Ahead of its scheduled arrival in dealerships later this year, the 2022 Ford F-150 Lightning has been undergoing cold weather testing in Alaska.
While cold weather can affect EV range, this testing program primarily has to do with the powertrain, according to a Ford press release. For this so-called "low-mu" testing—the Greek letter mu typically represents the coefficient of friction in engineering and physics—engineers focused on how the dual-motor powertrain adjusted power to the wheels on low-traction surfaces. Once dialed in, the quick torque delivery should be an asset in wintry conditions, the automaker promises.
A fleet of six test mules were driven on a variety of surfaces, including loose snow, packed-groomed snow, ice, and half ice-half concrete surfaces, Ford said. All in freezing temperatures.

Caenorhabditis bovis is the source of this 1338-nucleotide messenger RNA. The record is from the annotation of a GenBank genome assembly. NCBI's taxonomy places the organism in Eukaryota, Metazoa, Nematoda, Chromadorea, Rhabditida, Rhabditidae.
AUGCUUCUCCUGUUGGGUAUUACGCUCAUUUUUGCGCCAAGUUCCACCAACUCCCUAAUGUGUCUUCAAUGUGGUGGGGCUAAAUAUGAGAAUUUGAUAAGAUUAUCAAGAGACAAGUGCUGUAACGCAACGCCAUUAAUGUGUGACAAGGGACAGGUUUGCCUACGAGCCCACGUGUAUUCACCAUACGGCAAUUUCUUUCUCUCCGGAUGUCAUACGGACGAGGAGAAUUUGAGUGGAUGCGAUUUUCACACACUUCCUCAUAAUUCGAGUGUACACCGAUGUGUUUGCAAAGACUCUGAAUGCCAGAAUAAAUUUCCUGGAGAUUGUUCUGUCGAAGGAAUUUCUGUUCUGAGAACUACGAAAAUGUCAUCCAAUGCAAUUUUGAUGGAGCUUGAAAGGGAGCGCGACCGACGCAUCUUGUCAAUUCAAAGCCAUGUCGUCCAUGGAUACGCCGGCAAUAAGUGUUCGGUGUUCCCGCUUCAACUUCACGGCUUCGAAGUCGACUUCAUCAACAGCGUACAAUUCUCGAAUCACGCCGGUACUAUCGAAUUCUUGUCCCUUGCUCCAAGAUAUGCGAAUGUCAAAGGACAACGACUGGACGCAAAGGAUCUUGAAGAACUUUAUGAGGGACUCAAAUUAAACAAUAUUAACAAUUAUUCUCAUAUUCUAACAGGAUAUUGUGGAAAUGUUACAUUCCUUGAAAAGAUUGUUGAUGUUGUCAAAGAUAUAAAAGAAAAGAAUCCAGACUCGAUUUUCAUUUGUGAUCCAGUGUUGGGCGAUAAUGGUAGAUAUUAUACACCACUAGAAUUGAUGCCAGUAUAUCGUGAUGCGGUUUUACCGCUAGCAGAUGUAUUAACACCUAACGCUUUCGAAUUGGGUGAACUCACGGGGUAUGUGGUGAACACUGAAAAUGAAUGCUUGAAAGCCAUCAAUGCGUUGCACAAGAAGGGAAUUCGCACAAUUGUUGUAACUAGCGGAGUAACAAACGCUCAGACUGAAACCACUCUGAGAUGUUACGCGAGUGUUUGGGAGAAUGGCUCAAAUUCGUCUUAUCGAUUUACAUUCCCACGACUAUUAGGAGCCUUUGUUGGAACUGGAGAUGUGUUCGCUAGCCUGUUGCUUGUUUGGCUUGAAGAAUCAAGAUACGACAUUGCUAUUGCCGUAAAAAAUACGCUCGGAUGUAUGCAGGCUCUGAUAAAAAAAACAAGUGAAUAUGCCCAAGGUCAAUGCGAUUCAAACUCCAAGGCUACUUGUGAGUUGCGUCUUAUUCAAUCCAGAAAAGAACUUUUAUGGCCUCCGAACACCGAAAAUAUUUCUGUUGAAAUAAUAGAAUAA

In addition to Alaska, engineers have conducted similar lo-mu testing in Michigan's Upper Peninsula, Borrego Springs and Johnson Valley in California, and at Ford's Michigan Proving Grounds near Romeo, Michigan, the automaker noted. And recently, we got a feel for the Lightning's traction finesse in a ride-along on some gravel roads.
Although this is primarily about the traction systems and not the battery, it goes to show that Ford isn't focusing the Lightning toward California, or other ZEV states in particular, and it fully expected customers in the northern plains—or even Alaska.
This appears to parallel a message Ford also made with the Mach-E—that its appeal goes well beyond the California bubble. Further, Ford has underscored that most F-150 Lightning intenders are EV newbies, indicating the truck is generating interest among consumers beyond the early adopters that fueled the first wave of EV purchases.